Tuesday, July 2, 2013

Bridge lessons

When I lived in Seattle from 1992 to 2002, I was fascinated by the Ship Canal Bridge that carries I-5 across the canal connecting Lake Washington to Lake Union and from there to Puget Sound.

On my bike, I often wished there were a bike lane somehow suspended from the bridge, so that when I was traveling between the University District and Capitol Hill, I wouldn't have to go all the way down to water level, cross the canal on University Bridge, then make my way back up the other side.


(Well, not all the way down to the water; it's not like I had to swim. And I didn't try any Evel Knieval stunts going over it when it was open like this.)

But that notion of a bike lane in the sky was just a wistful dream. What really fascinated me about the bridge was the way it illustrated the interface between economics and engineering.
from http://www.vintageseattle.org/2010/10/25/jensens-u-w-aerial/,
an aerial veiw of the bridge, the UW campus, the Evergreen Point floating bridge,
and the Cascade Mountains
On each shore of the canal, the approach to the bridge is made out of ferro-concrete, and is supported by relatively closely spaced piers.

For the next section, the structure becomes steel, the spans become longer, and the piers become taller, as the land falls away toward the water and the bridge rises slightly on its way to the necessary high clearance over the canal.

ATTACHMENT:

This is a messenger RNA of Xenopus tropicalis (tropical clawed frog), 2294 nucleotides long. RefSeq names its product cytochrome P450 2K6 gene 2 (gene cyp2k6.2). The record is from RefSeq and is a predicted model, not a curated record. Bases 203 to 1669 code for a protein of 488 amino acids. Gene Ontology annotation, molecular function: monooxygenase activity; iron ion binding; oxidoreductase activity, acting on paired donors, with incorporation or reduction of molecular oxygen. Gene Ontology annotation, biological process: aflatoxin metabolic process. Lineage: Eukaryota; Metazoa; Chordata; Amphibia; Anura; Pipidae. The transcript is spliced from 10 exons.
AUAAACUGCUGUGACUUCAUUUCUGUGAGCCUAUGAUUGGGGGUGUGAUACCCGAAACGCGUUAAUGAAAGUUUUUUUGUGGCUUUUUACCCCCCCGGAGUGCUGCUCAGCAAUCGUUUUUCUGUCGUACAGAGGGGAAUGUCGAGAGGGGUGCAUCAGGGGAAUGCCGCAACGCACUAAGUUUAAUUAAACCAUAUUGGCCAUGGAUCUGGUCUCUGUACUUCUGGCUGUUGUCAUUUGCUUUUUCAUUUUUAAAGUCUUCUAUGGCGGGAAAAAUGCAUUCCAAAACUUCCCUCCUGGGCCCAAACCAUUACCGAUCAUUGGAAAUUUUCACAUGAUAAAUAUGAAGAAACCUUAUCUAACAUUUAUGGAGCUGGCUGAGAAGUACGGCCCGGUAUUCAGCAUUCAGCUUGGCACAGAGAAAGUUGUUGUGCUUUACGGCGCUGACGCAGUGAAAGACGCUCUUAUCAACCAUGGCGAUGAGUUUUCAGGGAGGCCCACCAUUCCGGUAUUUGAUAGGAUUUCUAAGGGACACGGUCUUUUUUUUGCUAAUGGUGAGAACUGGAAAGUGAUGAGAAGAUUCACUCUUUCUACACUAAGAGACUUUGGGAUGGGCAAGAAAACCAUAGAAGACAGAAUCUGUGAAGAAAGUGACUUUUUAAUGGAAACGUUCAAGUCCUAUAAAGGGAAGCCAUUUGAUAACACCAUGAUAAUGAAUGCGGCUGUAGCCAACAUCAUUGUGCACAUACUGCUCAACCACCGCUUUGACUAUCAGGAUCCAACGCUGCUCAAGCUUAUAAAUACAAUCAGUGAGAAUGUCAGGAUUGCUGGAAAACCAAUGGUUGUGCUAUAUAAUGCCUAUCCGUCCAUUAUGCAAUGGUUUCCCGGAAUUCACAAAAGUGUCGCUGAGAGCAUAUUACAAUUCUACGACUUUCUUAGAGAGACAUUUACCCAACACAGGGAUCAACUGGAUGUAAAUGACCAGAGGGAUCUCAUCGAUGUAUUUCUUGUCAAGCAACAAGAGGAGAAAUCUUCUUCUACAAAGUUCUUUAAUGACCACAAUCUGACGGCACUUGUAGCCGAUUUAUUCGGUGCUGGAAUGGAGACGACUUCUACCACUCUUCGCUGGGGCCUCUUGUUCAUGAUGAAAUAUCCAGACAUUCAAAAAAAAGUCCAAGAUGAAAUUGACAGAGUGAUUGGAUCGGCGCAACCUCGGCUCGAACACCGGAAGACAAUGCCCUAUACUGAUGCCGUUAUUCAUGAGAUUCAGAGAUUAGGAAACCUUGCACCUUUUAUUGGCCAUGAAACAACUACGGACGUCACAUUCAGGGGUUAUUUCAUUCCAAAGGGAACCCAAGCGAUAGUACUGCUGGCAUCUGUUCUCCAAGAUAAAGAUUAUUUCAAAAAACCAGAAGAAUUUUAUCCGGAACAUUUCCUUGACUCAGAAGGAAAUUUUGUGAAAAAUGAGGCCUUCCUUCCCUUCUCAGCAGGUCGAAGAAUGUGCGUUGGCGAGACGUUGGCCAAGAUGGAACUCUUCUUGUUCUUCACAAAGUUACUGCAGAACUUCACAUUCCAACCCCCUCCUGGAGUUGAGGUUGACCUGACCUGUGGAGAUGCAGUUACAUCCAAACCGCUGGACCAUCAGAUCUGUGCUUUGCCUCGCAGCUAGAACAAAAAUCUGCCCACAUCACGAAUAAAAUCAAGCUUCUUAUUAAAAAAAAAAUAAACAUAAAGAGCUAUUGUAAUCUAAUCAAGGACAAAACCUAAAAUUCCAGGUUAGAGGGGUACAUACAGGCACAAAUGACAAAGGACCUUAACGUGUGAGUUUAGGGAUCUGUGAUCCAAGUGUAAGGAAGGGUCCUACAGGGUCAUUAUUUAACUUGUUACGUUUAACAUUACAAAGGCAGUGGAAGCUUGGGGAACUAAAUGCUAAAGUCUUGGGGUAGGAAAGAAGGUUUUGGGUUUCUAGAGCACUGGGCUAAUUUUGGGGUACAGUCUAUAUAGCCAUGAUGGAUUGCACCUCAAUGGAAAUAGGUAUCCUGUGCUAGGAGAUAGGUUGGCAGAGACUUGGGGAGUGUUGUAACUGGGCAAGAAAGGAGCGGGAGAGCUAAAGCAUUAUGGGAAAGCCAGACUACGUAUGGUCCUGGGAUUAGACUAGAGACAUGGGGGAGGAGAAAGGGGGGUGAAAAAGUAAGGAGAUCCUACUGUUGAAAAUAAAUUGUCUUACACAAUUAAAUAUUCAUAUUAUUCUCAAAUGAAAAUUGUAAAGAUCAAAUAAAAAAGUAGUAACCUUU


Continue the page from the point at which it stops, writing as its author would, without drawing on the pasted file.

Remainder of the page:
Finally, in the middle of the bridge you get the longest, highest span--it has to be high to let sailboats under it, and it has to be wide to keep the bridge piers from getting in the way of the navigable waters.

The steel has a better strength-to-weight ratio, so it can reach across longer spans than the ferroconcrete. But concrete is cheaper than steel, so the ferroconcrete by itself is cheaper than the steel.

For the middle of the bridge where you need a really long span, you use the steel. For the approaches, where the ground isn't that far below you and you can use short piers, you use ferroconcrete.

But the place where you really see the economics is in the part between the approaches and the central span. You don't have to have your piers far apart, because you're still over land. But the piers are getting so tall that they're getting expensive. When you look at the bridge as a whole, you can see the point where the savings from having fewer tall piers outweighs the cost of building the spans out of a more expensive material.

Of course, this is probably oversimplifying. The other advantage of fewer piers is that you don't have to sacrifice as much stuff on the ground. There's a lot of space on the ground between those high piers to carry on normal activity (unless of course you're a plant, in which case the reduction in sunlight and rainfall is a bit of a problem).

But I suspect that the cost tradeoff of fewer tall piers vs. more expensive material played a role in the bridge's design.

No comments:

Post a Comment